AliasStudio 2008 has a Dynamic Shape Modeling tool group that allows users to add shape to their models after they're built. People can be as precise as they care to be about the modeling as well as the resulting shape. The Bend command lets users bend models into curvier shapes (figure 3). The Conform command lets them build really complex elements and then wrap them onto a surface. It works great for those ubiquitous corporate logos (figure 4). The Twist command lets designers twist their model around a given axis. Duplicate Place is similar to the Conform command. It applies geometry to a curve and copies however many you want along it. It's history-based, so changes to the original geometry propagate. A Dynamic Section is a new addition — one that many solid packages have had for years, but it's good to see it here.
Figure 4. The Conform command lets you model flat and then wrap your geometry onto a surface. The resulting geometry takes its shape from the surface.
The Combination, Please . . .
One of the most intriguing and useful capabilities of Alias is its ability to mix 2D and 3D geometry into one image. It can be done in two ways: One way is to build a model and then paint over it with Overlay Planes, and the other way is to build a model and apply a bitmap to its surface. Both methods are effective, but the second way is more flexible.
When users paint over a model, they basically use the 3D geometry as a quick way to visualize things such as shading and form, but it often requires more work to get things just right. Users can paint highlights, reflections, and the like onto their models, but the problem is that it creates a static image. The things only apply from one particular angle. If the model rotates, the painting goes away. Viewers have to return to that angle to see it again.
When a designer builds a model and applies a bitmap to it, he or she can take a relatively simple model and make it look far more complex than it is. Say, for example, you want to design a remote control for a television. You can model the overall shape of the device and then add controls, contours, and all sorts of things that enrich the model, but you don't have to spend the time modeling them. For rapid concept work, I don't think you can beat Alias-Studio 2008.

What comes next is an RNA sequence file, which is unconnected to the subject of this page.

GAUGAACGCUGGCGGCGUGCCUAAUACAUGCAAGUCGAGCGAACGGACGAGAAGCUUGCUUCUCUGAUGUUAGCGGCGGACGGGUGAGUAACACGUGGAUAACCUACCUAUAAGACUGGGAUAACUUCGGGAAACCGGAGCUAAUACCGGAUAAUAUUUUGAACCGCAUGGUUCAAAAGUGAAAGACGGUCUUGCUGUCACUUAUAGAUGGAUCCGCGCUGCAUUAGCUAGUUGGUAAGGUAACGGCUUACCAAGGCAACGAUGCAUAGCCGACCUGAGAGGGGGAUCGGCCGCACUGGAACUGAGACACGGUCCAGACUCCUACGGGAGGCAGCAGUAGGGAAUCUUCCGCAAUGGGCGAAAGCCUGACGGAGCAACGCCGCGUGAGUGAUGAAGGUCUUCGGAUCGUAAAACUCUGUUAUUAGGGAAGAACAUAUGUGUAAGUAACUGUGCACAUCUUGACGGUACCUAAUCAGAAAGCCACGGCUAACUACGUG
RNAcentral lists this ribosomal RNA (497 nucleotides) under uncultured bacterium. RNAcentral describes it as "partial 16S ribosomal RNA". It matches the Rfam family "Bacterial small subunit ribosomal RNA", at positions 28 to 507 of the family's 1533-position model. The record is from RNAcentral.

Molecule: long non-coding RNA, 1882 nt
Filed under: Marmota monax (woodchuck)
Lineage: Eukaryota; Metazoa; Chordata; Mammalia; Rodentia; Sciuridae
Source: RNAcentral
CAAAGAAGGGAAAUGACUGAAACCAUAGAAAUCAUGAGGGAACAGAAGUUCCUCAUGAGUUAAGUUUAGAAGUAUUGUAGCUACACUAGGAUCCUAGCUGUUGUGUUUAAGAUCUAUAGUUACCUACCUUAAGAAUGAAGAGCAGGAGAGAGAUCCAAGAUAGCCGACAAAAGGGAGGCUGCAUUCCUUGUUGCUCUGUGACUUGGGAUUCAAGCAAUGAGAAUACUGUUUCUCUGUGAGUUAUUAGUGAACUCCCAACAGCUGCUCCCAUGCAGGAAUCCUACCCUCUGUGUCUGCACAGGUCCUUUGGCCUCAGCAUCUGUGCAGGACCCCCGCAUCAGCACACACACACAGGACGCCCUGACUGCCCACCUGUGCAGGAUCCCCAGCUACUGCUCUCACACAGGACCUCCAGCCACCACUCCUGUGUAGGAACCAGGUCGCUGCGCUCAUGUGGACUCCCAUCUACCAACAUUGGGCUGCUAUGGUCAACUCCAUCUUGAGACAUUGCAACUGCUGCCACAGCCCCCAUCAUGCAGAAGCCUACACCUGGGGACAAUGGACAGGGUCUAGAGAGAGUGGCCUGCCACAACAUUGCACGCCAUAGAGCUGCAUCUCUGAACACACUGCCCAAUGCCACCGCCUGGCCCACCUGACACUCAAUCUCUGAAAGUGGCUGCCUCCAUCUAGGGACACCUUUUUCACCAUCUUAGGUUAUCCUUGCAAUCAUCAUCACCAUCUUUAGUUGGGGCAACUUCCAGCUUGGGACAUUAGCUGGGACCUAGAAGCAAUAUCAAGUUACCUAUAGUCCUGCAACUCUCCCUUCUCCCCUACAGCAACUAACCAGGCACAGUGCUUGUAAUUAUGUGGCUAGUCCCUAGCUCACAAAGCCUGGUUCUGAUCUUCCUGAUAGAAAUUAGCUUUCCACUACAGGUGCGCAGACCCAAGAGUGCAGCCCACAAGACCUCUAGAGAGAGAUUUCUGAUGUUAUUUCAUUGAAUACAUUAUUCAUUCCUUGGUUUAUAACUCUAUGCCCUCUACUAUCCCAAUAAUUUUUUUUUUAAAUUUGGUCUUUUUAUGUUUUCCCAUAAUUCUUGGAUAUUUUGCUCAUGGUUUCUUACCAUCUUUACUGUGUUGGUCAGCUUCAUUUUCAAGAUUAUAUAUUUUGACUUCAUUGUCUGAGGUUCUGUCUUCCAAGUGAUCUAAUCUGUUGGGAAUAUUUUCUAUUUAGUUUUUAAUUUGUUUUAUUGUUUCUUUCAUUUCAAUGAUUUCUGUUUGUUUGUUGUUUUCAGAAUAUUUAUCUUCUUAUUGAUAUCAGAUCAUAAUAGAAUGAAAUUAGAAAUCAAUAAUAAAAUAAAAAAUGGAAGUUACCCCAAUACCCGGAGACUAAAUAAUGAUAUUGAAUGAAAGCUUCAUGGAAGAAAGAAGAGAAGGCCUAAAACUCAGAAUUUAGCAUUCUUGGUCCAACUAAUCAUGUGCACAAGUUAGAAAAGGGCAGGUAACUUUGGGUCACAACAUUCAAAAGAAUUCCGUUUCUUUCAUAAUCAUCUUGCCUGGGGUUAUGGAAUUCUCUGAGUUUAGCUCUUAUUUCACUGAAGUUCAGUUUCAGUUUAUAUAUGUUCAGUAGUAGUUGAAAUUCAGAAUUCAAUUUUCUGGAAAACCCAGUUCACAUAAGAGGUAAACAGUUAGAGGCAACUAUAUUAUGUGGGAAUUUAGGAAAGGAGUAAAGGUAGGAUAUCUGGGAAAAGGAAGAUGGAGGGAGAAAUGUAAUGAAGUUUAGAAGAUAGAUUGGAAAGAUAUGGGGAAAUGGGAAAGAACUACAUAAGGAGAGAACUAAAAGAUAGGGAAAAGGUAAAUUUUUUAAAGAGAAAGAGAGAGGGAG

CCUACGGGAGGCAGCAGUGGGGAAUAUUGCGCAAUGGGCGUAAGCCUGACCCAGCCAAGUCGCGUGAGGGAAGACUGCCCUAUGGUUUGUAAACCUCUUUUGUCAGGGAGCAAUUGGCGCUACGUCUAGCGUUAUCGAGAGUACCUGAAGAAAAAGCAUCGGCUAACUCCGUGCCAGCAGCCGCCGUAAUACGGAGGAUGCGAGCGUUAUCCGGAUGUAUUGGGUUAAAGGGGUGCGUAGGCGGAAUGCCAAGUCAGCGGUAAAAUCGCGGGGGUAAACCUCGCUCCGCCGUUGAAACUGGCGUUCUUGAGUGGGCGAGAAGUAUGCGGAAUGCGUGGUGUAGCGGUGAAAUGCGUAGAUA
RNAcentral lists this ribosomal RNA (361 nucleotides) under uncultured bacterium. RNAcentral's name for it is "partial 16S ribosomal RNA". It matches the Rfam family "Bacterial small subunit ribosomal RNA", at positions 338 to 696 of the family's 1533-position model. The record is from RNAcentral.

Visualization and Communication
I like that AliasStudio 2008 can do real-time hardware shading complete with bump maps, shadows, glow, incandescence, and antialiasing. What's all that mean? Users can make their models look like they have protrusions and depressions without modeling them — and shadows will fall over them as if they were a genuine part of the model. Designers can make those fancy glowing buttons we all expect to see on cell phones and such (figure 5). And they can make a light-up screen really light up. It acts as a light source in your scene. For accurate visualization of your models, these capabilities will give you a decided edge.
Figure 5. AliasStudio 2008 has some really impressive — and useful — lighting capabilities. Take a look at how the buttons on this model seem to glow.
AliasStudio 2008 also incorporates high dynamic range imagery (HDRI) technology. HDRIs are very special panoramic images that possess certain characteristics to influence a model. Designers can use HDRI to create lighting conditions in a scene. The bitmap will set the light levels and be reflected in the shiny surfaces of your model (figure 6). HDRI is a great way to make a computer model appear real. When users are satisfied with what they see, they can save images in many different formats, including QuickTime VR.
Figure 6. HDRIs are 360° panoramic bitmap images that contain lighting information. You can use the image and its relative light levels.
After only a short time using AliasStudio 2008, designers will discover why it's the industry-standard conceptual design package. Alias doesn't come cheap, though, ranging from $4,995 to $25,000. For more information about AliasStudio 2008 or other Autodesk products, visit www.autodesk.com. Highly Recommended.
About the Author: IDSA
About the Author: Mike Hudspeth